The Aleph, After Borges Truth and Fiction in Theatre and Psychoanalysis

Mavis Himes, Ph.D., C. Psych.

Last year, I saw a performance of The Aleph, After Borges, a one man play adapted from the short story by Jorge Borges and played by Diego Matamoros from Soulpepper Theatre Company (Toronto). Having been so moved by the play – its multiple layering, its themes of reality and illusion, memory and aging, performance and acting - I contacted Diego, expressed my interest in a dialogue for a series I was creating entitled “Psychoanalysis and the Arts: In Conversation.”

We met, talked over coffee, and without much persuasion on my part, Diego agreed to participate. I remember leaving that first meeting and feeling a special kinship; in spite of the discipline differences, we were speaking a common language about taking risks, the element of surprise and improv in theatre and analysis, the process of transmission, the place of uncertainty and openness in performance and analysis.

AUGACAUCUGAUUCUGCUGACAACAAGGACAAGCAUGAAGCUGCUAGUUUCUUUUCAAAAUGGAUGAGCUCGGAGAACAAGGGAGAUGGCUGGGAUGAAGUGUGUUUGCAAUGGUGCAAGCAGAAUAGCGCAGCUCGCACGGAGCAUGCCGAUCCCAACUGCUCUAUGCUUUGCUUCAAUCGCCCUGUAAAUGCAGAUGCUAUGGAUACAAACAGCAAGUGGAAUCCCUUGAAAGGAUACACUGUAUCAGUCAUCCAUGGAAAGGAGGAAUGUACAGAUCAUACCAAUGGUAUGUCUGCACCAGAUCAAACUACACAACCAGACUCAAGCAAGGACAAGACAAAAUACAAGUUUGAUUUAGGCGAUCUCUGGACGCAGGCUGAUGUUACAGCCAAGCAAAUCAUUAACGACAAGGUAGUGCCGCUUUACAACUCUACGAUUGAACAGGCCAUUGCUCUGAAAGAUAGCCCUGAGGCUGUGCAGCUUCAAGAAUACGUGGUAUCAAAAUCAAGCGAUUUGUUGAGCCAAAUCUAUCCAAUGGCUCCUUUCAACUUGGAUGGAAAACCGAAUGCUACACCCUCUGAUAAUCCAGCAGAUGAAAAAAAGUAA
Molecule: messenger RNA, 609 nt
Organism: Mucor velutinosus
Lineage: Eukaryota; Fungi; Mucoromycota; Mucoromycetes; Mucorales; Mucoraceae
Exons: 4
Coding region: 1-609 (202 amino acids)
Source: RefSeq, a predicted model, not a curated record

It is clear that there is an affinity between the dramatic arts and the unconscious. The unconscious itself also appears as a drama, punctuated with a sequence of acts, scenes, roles and characters. This is most evident in the landscape of the dream. Not surprisingly, Freud referred to the dream, considered the royal road of the unconscious as ‘the Other scene.’ For Freud, the interpretation of dreams was the highway, the route par excellence that could bring man to a knowledge of the fundamental riddles that inhabit his mysterious reality.

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